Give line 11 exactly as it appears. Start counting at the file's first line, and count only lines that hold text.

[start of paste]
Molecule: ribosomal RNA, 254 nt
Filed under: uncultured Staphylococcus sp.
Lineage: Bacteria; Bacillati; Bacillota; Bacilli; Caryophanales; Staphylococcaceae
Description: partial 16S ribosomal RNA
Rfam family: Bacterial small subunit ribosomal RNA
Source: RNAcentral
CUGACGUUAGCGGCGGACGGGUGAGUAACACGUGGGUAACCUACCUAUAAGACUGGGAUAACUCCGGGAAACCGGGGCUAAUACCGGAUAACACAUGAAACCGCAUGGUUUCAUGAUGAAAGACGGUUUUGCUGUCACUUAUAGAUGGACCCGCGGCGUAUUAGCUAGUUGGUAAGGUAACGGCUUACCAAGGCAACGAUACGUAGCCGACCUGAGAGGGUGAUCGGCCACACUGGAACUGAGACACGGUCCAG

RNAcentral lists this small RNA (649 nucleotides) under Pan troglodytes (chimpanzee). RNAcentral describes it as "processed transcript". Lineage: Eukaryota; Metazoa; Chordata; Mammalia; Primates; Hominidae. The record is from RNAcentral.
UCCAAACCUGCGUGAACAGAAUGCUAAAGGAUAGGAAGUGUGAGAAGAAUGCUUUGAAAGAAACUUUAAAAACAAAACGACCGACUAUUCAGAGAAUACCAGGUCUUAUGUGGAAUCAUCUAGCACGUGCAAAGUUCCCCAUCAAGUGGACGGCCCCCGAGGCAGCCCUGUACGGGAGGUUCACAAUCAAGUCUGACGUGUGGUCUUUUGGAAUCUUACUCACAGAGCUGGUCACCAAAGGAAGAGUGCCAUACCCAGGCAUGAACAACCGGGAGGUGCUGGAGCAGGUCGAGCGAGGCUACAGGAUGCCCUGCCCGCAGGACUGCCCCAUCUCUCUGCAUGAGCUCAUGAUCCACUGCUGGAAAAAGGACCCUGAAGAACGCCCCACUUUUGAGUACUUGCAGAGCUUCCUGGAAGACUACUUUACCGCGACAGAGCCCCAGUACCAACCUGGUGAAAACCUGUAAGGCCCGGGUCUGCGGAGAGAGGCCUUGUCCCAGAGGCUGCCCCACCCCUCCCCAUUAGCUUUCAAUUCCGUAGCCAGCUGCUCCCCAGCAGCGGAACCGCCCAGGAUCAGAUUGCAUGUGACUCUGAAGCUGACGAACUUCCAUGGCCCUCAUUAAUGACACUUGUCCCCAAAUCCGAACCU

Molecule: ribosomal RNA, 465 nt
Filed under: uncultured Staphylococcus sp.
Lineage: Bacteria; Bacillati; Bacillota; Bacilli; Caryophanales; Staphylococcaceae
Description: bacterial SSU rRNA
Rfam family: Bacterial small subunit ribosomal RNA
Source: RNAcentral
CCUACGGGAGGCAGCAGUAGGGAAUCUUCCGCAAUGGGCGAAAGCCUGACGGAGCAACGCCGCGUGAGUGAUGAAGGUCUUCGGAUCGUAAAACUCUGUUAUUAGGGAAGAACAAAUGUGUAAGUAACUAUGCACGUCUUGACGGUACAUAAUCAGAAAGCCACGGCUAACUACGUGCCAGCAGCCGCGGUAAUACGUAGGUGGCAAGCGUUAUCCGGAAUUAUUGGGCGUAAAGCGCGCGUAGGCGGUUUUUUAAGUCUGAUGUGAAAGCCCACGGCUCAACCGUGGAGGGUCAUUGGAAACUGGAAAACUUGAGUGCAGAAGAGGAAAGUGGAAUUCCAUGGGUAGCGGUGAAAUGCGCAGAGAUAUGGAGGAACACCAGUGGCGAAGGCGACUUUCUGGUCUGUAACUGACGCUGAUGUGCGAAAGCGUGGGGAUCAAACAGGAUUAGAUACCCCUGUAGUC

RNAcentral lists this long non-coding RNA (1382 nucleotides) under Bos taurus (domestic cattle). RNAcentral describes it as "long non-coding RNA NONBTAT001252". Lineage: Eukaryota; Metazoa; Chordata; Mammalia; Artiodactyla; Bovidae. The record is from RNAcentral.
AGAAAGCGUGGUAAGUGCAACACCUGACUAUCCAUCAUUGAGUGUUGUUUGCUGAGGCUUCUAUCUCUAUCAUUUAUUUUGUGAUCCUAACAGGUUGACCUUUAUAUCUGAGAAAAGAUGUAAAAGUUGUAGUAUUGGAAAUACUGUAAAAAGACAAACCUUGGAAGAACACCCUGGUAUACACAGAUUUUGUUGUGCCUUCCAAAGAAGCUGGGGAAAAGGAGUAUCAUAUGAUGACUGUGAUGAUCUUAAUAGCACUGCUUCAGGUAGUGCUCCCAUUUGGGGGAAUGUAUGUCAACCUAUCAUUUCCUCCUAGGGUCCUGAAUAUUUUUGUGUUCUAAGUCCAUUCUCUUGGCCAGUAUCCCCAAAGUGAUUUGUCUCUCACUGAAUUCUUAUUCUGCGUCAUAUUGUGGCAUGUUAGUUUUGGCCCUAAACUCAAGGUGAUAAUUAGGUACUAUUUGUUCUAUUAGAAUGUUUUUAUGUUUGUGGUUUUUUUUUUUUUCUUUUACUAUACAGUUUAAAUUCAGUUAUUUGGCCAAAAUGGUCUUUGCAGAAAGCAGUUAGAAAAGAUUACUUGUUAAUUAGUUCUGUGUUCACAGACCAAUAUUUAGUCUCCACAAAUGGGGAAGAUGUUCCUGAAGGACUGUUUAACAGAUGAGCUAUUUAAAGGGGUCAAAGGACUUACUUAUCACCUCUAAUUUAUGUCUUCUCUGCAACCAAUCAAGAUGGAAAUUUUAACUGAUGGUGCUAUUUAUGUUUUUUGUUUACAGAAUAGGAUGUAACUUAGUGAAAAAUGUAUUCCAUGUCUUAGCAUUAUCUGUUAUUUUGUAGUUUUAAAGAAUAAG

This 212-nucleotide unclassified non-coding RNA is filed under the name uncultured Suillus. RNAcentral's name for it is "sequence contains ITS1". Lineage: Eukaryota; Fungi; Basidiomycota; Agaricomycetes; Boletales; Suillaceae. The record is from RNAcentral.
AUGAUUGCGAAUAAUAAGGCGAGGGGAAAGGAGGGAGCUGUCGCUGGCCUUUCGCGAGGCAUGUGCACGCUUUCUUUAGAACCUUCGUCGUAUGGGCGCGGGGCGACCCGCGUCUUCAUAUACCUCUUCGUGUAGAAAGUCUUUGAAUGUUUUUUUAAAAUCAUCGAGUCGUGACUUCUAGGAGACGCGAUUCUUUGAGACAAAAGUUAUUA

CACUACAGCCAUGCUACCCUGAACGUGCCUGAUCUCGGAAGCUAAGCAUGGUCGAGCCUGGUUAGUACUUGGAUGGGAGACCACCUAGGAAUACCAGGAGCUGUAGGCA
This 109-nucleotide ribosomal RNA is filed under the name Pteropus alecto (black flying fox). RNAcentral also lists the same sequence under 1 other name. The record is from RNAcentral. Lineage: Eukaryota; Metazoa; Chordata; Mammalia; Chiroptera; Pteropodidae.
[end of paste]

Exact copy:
Filed under: uncultured Staphylococcus sp.